In addition to the core academic and arts classes, Middle School students participate in one-, two-, and three-term seminar courses. These highly focused courses are designed to deepen the knowledge, skills, and creativity that students are gaining in their core classes.

Seminar Examples Include:

List of 14 items.

  • Academic Technology (6–8)

    Students develop proficiency with the hardware and software platforms that the school provides. Typing, photo editing, and digital video production skills are also covered. Digital citizenship is a focus each year, and students learn about the lasting impact of their digital footprints.
  • Arab and Muslim Cultural Studies (7)

    In this seminar, students engage in a multi-disciplinary discourse that crosses cultural, racial, ethnic, political, religious, and geographical lines. While they scrutinize the differences between the terms, “Arab,” “Muslim,” and “Middle Easterner,” they also learn about the geography, topography, and history that are associated with the Middle East.
  • Costa Rican Culture and Society (8)

    Through this course students gain introductory knowledge of the sociology and historical dynamics that shape contemporary Costa Rican society, as well as current social issues that define Costa Rican life. In the final trimester of the school year, students learn anthropological and sociological research methods. They develop their own research questions that they then explore during their stay in Costa Rica. They conclude the trimester by creating a report of their findings, which will be archived and used by subsequent student
    cohorts studying Costa Rica.
  • Creative Writing (6)

    Creative writing is a year-long seminar designed to strengthen the imagination and writing ability of each 6th grader. Throughout the year students write fiction, plays, and scripts and learn to critique both their own work and the work of their peers in constructive and creative ways. They will read popular works, continue learning how to play with words, and develop their voices as writers.
  • The Road to Justice (7)

    In this two-trimester discussion-based class, students look at the historical and legal underpinnings of the United States. By examining our founding documents, the 13th Amendment, and the ongoing legacy of enslavement, including Jim Crow, lynchings, and mass incarceration, students will gain an understanding of the impact of the past on our present and future, the necessity of gaining multiple perspectives, and the importance of knowing who is telling the story so that they can better parse it.
  • Sexuality Education and More (6–8)

    Sexuality is the study of an individual’s biological, psychological, and social development throughout a person’s lifespan. The class is taught by the Middle School counselor,
    who provides developmentally appropriate guidance and insight on how to navigate this development through adolescence.
    • 6th Grade: Friendships, upstanding, identity, independence, confidence
    • 7th Grade: Mental health, anxiety, reproduction and puberty, human sexuality
    • 8th Grade: Relationships, consent, STIs, drugs and alcohol, decision-making/ethics
  • STEAM (6–7)

    Teachers in science, technology, engineering design, art, and mathematics (STEAM) come together to guide students in project-based learning. Past projects have included building rollercoasters, hydroponic gardening, coding, a play based on systems of the human body, and currency design.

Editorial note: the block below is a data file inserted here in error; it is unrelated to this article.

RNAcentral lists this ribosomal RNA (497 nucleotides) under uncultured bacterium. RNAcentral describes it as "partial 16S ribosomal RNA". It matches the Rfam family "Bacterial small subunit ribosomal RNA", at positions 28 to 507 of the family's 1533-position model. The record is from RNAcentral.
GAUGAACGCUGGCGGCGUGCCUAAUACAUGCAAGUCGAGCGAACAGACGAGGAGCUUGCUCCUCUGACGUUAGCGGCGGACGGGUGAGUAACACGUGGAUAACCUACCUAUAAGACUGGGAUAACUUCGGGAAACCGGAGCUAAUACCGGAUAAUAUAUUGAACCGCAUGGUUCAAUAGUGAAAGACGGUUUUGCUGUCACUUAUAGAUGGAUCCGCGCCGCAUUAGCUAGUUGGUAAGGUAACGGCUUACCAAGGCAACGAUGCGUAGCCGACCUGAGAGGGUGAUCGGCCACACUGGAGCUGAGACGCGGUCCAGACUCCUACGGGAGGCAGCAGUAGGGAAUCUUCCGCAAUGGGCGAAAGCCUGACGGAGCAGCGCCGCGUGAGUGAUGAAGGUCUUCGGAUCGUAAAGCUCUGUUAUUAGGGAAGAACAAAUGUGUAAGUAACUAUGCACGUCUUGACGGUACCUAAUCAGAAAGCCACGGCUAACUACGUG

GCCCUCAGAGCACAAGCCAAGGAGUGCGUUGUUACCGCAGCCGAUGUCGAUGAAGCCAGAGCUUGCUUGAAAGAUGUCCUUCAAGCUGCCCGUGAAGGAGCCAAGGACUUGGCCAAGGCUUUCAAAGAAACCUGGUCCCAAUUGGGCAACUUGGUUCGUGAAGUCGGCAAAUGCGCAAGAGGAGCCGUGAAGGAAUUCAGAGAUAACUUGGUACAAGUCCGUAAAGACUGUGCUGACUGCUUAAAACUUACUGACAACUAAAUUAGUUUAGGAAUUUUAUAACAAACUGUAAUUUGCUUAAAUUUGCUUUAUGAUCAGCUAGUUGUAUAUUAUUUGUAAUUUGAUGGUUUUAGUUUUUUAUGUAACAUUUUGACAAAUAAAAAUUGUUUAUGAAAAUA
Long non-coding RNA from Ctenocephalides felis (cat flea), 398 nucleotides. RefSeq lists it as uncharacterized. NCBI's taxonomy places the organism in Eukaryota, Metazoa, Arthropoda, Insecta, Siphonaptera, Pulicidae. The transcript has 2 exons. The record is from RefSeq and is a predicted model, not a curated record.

• Theater Arts (6–8)

    Teachers in music, art, drama, and dance collaborate to engage students in project-based learning. Each year, the class tackles a different theatrical form: dramatic play, musical, or
  • Cultural Affairs and Current Events (6)

    This class uses a variety of discussion formats—including the Socratic method, think-pair-share, and fishbowl—to engage students in an exploration of social identifiers and current events. Students develop communication and metacognition skills as they study and discuss multiple perspectives on complex news topics. The class is led by the director of diversity, inclusion,
    and equity initiatives.
  • Service Learning (6)

    A pre-requisite of ATSL, this course explores the different forms of service and community outreach. Students develop an understanding of direct service, indirect service, advocacy, and research. After assessing their interests, students choose a topic, issue, or cause to research and make a presentation to classmates.
  • Activism Through Service-Learning (8)

    Students review the difference between direct and indirect service and collaborate on projects in support of a social or cultural issue. Students also learn strategies for moving beyond individual action and working for systemic change.
  • Constitutional Law (8)

    Students analyze and dissect several Supreme Court cases to explore the lasting impacts of the decisions. Students are challenged to push aside their biases and blind spots to discuss the meaning of social justice, equity, and equality in the context of the law. Guest speakers share their experiences and practices.
  • Project of Discovery (8)

    In this two-term independent study course, students learn how to design, plan, and complete a long-term project of their choosing. This is a capstone class and is required for all 8th graders.
  • Yoga, Meditation, and Wellness (8)

    This seminar course gives students tools to relieve stress. Students learn special breaths, yoga poses, and meditation techniques.
1640 Kalmia Road NW
Washington, DC 20012
Lowell School is a private PK-8th grade school located in NW Washington, DC. At Lowell students gain the knowledge, skills, and social-emotional literacy to be the bold leaders and creative problem solvers our world needs.